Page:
AI is ideally suited to solve some of our most difficult problems, and cybersecurity certainly falls into that category. With today’s ever evolving cyber-attacks and proliferation of devices, machine learning and AI can be used to “keep up with the bad guys,” automating threat detection and respond more efficiently than traditional software-driven approaches.
At the same time, cybersecurity presents some unique challenges:
- A vast attack surface
- 10s or 100s of thousands of devices per organization
- Hundreds of attack vectors
- Big shortfalls in the number of skilled security professionals
- Masses of data that have moved beyond a human-scale problem
A self-learning, AI-based cybersecurity posture management system should be able to solve many of these challenges. Technologies exist to properly train a self-learning system to continuously and independently gather data from across your enterprise information systems. That data is then analyzed and used to perform correlation of patterns across millions to billions of signals relevant to the enterprise attack surface.
USES OF AI IN CYBERSECURITY
The use of AI result is new levels of intelligence feeding human teams across diverse categories of cybersecurity, including:
- IT Asset Inventory – gaining a complete, accurate inventory of all devices, users, and applications with any access to information systems. Categorization and measurement of business criticality also play big roles in inventory.
- Threat Exposure – hackers follow trends just like everyone else, so what’s fashionable with hackers changes regularly. AI-based cybersecurity systems can provide up to date knowledge of global and industry specific threats to help make critical prioritization decisions based not only on what could be used to attack your enterprise, but based on what is likely to be used to attack your enterprise.
- Controls Effectiveness – it is important to understand the impact of the various security tools and security processes that you have employed to maintain a strong security posture. AI can help understand where your infosec program has strengths, and where it has gaps.
- Breach Risk Prediction – Accounting for IT asset inventory, threat exposure, and controls effectiveness, AI-based systems can predict how and where you are most likely to be breached, so that you can plan for resource and tool allocation towards areas of weakness. Prescriptive insights derived from AI analysis can help you configure and enhance controls and processes to most effectively improve your organization’s cyber resilience.
- Incident Response – AI powered systems can provide improved context for prioritization and response to security alerts, for fast response to incidents, and to surface root causes in order to mitigate vulnerabilities and avoid future issues.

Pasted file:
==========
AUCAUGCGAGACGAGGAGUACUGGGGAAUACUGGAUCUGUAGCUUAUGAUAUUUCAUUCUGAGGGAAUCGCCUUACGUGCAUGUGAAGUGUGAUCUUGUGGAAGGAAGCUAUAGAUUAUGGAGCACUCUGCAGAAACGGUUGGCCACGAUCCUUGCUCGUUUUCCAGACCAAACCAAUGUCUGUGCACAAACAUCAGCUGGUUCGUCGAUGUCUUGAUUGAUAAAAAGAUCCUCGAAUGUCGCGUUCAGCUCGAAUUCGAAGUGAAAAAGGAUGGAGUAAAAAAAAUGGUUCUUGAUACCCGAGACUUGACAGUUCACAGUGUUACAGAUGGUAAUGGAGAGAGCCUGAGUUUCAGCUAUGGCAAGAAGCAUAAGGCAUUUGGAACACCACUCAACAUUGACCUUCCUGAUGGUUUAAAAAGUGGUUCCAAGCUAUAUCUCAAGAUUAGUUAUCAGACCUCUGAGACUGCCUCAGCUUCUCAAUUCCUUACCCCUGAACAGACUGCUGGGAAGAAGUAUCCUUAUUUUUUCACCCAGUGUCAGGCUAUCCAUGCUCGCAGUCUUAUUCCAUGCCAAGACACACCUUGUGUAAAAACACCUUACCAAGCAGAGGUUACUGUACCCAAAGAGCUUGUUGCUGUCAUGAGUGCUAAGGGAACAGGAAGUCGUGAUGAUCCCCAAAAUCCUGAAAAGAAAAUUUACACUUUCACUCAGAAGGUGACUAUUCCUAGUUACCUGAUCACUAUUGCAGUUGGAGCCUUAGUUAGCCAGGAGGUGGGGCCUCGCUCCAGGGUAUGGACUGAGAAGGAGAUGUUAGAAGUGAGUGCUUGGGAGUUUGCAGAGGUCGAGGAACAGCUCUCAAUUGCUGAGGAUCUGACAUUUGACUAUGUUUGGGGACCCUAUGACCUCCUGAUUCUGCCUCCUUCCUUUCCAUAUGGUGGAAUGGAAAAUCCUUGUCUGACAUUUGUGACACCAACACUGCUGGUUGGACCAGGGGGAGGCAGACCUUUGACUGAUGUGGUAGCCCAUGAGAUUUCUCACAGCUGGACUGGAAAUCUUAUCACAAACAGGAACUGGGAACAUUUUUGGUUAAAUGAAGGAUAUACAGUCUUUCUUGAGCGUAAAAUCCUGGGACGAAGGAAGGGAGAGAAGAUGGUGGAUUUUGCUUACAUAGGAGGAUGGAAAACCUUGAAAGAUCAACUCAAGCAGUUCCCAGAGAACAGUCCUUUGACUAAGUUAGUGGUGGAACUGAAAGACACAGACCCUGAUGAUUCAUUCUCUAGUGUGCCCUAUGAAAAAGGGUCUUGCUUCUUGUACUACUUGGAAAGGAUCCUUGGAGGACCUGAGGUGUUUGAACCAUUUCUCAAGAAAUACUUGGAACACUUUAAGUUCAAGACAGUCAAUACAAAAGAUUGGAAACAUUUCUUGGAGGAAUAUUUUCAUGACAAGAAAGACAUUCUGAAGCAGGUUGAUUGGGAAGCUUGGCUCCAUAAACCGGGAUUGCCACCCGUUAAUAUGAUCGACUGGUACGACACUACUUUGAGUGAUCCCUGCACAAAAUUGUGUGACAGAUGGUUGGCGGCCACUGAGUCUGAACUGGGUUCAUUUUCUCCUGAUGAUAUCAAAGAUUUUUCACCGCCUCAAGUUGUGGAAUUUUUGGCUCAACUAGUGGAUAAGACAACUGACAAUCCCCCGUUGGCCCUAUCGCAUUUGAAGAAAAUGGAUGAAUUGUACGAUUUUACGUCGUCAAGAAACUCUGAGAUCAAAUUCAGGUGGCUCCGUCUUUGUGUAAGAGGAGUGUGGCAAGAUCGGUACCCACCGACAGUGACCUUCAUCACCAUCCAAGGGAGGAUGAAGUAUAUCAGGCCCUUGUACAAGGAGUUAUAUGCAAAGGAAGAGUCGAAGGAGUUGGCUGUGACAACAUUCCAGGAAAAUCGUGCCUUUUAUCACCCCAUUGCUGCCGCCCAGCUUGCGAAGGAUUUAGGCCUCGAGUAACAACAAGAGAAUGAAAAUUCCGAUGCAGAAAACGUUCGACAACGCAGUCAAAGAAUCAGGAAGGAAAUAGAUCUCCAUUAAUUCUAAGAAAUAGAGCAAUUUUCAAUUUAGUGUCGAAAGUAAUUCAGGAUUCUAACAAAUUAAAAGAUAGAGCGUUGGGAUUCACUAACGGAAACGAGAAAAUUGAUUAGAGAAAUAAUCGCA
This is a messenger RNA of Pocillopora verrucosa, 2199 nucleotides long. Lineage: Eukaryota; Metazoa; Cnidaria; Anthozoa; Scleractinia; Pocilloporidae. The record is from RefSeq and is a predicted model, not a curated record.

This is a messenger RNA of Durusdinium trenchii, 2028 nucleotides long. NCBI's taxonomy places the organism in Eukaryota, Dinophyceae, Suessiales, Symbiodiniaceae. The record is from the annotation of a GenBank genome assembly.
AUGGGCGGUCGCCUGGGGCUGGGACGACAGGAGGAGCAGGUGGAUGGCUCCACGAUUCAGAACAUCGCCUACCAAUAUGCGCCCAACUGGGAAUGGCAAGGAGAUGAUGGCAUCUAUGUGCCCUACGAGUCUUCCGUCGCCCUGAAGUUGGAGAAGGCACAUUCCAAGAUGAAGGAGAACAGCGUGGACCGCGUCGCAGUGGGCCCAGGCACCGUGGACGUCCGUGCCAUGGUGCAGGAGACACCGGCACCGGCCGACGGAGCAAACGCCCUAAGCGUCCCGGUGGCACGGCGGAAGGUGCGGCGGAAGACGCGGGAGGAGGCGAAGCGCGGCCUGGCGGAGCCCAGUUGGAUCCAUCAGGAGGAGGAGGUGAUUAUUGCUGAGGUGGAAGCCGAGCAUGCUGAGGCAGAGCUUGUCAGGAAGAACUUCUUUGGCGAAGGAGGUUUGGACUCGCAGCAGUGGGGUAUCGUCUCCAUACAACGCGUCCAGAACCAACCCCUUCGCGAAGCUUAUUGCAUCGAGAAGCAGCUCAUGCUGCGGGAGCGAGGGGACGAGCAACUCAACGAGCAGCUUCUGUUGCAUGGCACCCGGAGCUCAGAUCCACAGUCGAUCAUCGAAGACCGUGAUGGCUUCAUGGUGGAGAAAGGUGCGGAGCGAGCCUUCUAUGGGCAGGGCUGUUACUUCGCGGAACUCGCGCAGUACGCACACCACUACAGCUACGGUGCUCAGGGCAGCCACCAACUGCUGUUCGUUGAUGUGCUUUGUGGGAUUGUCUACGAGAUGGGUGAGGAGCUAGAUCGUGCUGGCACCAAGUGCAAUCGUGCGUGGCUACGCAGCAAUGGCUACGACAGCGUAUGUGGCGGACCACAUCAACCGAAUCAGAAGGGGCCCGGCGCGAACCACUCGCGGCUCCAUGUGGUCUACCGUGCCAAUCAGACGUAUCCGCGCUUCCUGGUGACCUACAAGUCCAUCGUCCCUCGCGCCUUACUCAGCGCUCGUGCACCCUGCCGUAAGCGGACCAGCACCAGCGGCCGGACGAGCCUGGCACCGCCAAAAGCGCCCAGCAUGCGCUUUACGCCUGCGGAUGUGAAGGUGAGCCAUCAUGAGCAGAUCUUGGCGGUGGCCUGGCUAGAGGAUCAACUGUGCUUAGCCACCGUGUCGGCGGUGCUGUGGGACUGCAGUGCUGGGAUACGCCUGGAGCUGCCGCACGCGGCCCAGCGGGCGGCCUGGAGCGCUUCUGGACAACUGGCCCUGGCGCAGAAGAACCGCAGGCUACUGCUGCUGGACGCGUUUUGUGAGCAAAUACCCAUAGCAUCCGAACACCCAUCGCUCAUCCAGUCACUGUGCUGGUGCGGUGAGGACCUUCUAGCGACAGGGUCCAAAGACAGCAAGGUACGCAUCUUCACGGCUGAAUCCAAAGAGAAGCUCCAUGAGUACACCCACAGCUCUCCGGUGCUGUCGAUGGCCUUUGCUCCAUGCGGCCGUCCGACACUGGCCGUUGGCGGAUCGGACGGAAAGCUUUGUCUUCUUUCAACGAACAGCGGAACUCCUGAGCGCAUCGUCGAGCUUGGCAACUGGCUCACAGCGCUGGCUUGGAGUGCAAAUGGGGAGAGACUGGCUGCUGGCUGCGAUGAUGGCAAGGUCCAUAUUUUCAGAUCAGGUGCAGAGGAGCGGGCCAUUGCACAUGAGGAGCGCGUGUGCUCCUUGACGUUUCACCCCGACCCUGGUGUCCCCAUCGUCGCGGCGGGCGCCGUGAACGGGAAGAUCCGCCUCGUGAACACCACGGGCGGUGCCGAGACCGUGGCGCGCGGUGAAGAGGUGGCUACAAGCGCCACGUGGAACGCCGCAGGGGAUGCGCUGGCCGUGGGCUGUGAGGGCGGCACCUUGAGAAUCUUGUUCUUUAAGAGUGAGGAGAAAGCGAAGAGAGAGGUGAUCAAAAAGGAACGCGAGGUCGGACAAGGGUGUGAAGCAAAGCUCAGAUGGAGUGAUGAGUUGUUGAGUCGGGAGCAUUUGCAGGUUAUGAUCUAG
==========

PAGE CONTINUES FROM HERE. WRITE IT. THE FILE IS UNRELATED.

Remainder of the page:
- Explainability – Key to harnessing AI to augment human infosec teams is explainability of recommendations and analysis. This is important in getting buy-in from stakeholders across the organization, for understanding the impact of various infosec programs, and for reporting relevant information to all involved stakeholders, including end users, security operations, CISO, auditors, CIO, CEO and board of directors.
ADVANTAGES OF AI IN CYBSECURITY
AI presents many advantages and applications in a variety of areas, cybersecurity being one of them. With fast-evolving cyberattacks and rapid multiplication of devices happening today, AI and machine learning can help to keep abreast with cybercriminals, automate threat detection, and respond more effectively than conventional software-driven or manual techniques.
Here are a few advantages and applications of using AI in cybersecurity:
- Detecting New Threats
- Battling Bots
- Breach Risk Prediction
- Better Endpoint Protection
DOWNSIDES OF AI IN CYBSECURITY
The advantages discussed above are just a small chunk of the potential of AI in improving cybersecurity.
However, as with anything, there are also some downsides to using AI in this field. In order to build and maintain an AI system, organizations would need substantially more resources and financial investments.
Furthermore, as AI systems are trained using data sets, you must acquire many distinct sets of malware codes, non-malicious codes, and anomalies. Acquiring all of these data sets is time-intensive and requires investments that most organizations cannot afford.
Without huge volumes of data and events, AI systems can render incorrect results and/or false positives. And getting inaccurate data from unreliable sources can even backfire.
Another major downside is that cybercriminals can also use AI to analyze their malware and launch more advanced attacks, which brings us to the next point.
In recent years, AI has emerged as required technology for augmenting the efforts of human information security teams. Since humans can no longer scale to adequately protect the dynamic enterprise attack surface, AI provides much needed analysis and threat identification that can be acted upon by cybersecurity professionals to reduce breach risk and improve security posture. In security, AI can identify and prioritize risk, instantly spot any malware on a network, guide incident response, and detect intrusions before they start.
AI allows cybersecurity teams to form powerful human-machine partnerships that push the boundaries of our knowledge, enrich our lives, and drive cybersecurity in a way that seems greater than the sum of its parts.